Elsewhere, the council has given a loan to the Tyneside Cinema to open a cafe and bar in a former building society on its ground floor, while Seven Stories, the National Centre for Children's Books, says it has redoubled its fundraising efforts.
The city's other major theatre, Northern Stage, is also exploring new ways to earn money.
It now hires out its auditoriums for conferences, exploits the expertise of its set-building and wardrobe departments, and its artistic director, Lorne Campbell, runs workshops in creativity and presentation for entrepreneurs and students.
He estimates he now spends at least 30% of his time on such commercial activities.
"They generate income, but it's weeks of my time and my team's time," Mr Campbell says. "We can do it. But we're a theatre."
Northern Stage has not cut back on plays or education work, he says.
"We're doing a huge amount more than we were doing five or six years ago for far, far less money in real terms while also spending a lot more of our time and our resource generating income from other means.
"There comes a point where you hit the rocks with that."
Newcastle - like the national arts scene - is highly resilient, he says. But there are "invisible costs" to the cuts, he adds.
"As with all cuts, it hits the most vulnerable," he adds. "It hits diversity."
"Getting artists from any sort of deprivation - be it economic, be it social - getting artists from any sort of minority, getting the cultural life into those areas where it does not exist becomes the hardest thing to do as the economic resources become tighter and tighter."
For its part, the council insists it had little choice. It says it must save £90m over the next three years and is also making big cuts to areas such as youth services, social care and libraries.
"There were not a lot of places to go," according to council assistant director Tony Durcan, whose responsibilities include culture.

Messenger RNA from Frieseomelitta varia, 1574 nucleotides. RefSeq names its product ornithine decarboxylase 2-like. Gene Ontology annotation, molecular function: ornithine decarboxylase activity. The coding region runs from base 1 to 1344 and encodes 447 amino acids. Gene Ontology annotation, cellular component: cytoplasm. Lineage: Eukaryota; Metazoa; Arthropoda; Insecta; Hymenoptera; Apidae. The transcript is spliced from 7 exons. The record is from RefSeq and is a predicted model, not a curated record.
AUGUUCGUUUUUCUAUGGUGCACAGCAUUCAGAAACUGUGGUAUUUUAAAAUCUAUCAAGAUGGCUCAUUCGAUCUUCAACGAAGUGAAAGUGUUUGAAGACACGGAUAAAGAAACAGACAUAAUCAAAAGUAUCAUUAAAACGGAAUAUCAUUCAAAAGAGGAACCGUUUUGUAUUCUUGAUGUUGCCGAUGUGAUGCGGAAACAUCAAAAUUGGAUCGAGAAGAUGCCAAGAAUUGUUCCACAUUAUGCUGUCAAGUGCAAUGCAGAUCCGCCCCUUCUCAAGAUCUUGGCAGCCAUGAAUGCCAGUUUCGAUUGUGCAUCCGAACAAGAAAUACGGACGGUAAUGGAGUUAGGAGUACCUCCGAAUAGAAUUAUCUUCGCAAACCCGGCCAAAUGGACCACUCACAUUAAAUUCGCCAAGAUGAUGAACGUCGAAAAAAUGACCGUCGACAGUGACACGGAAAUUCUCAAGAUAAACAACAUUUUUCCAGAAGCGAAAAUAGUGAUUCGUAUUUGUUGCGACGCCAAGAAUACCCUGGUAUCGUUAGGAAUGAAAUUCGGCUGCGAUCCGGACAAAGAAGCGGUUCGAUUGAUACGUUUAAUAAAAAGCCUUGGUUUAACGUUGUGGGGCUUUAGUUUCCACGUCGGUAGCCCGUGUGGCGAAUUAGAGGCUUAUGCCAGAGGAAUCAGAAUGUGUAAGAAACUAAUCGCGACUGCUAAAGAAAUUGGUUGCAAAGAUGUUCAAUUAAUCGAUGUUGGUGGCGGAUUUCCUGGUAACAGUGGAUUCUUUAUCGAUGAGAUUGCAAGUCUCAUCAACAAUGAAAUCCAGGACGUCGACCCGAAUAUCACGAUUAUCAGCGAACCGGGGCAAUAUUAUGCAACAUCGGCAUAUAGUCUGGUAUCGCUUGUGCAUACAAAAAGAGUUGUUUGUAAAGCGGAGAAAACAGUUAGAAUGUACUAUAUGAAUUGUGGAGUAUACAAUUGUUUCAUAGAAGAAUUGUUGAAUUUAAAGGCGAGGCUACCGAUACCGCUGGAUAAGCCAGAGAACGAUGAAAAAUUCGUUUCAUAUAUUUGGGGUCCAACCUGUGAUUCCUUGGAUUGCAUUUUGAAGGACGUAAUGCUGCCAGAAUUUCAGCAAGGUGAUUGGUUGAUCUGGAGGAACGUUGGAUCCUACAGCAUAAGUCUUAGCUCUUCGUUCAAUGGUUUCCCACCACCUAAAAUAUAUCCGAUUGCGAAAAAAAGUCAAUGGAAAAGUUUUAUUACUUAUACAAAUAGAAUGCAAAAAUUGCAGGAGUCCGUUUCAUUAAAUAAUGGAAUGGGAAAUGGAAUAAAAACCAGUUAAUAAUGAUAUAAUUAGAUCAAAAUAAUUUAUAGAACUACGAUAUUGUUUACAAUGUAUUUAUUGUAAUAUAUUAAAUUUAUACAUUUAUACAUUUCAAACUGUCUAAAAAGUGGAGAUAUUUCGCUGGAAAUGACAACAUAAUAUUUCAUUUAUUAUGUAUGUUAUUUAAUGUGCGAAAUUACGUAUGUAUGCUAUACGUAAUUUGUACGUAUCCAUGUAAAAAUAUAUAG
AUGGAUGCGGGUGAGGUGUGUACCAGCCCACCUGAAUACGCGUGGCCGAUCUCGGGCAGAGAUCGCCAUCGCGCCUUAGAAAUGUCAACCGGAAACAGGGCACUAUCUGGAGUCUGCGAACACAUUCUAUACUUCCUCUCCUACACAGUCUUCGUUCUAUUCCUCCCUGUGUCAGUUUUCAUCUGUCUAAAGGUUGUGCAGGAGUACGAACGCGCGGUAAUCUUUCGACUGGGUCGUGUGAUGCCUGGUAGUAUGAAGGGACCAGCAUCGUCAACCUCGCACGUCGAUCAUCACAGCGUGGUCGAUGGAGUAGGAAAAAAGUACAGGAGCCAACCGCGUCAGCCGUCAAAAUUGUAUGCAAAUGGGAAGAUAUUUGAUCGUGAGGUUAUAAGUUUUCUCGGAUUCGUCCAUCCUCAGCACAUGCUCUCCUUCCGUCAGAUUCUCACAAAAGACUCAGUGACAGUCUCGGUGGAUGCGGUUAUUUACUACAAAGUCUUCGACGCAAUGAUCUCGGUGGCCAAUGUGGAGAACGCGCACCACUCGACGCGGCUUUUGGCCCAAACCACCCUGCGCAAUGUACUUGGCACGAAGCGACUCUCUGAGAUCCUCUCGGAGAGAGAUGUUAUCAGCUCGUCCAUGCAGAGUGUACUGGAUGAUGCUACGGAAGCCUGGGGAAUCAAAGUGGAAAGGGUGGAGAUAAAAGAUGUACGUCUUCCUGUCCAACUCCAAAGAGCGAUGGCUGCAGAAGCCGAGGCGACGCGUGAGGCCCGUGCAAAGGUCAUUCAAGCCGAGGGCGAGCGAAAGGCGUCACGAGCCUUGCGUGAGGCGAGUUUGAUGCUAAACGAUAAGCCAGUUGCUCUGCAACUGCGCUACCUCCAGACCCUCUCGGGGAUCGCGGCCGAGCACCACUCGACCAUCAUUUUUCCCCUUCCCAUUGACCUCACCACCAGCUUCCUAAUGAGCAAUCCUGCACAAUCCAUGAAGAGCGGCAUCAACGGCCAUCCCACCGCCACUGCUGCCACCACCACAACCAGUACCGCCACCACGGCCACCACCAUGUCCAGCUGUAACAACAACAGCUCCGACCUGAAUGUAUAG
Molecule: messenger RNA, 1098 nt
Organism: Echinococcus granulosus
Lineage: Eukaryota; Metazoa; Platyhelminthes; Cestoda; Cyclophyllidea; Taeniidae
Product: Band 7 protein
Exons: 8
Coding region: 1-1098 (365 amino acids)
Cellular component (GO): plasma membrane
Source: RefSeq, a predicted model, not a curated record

"It was incredibly difficult. At one stage we felt we would be left with no funding for culture, one library, one swimming pool, one customer service centre. It didn't turn out to be as bad as that. But we had to make some quite serious reductions."
The new culture fund has come from "a cocktail" of sources, including public health grants and interest on a loan the council made to Newcastle Airport.
With public health money in the mix, applicants have had to prove their contribution to the city's wellbeing.
As such, the biggest winners from the fund were Twisting Ducks, a theatre company that works with people with learning disabilities, which will receive £118,000 over the next three years.
The fund is being run by the Community Foundation, and the idea is that it will eventually be topped up by private donors.
"We've had one or two people who've approached us for modest amounts," Mr Durcan says. "Philanthropy for the arts isn't at a high level for the north of England so we know that will be difficult."
He praises "entrepreneurial" venues such as Live Theatre - but accepts that not every institution can go down a similar route.
"It still feels a very buoyant scene in the city," he adds. "It still produces excellent art. But I'm not being overly optimistic. I am saying it's early days."
Newcastle is certainly not alone in seeing its local authority funding shrink. Most cities have cut their arts funding - along with other services.
In keeping the tumbleweed at bay, Newcastle's arts scene has shown what a bit of high-profile campaigning and creative enterprise can achieve. As austerity rumbles on, they will need to keep drawing on those skills.
"The future for local authorities is looking awful," Mr Durcan says. "The way we're looking, our budget over the next three years is particularly dire.
"You talk to colleagues in other cities and in two or three years, if things do not improve, we do not know how we will deliver even some basic public services."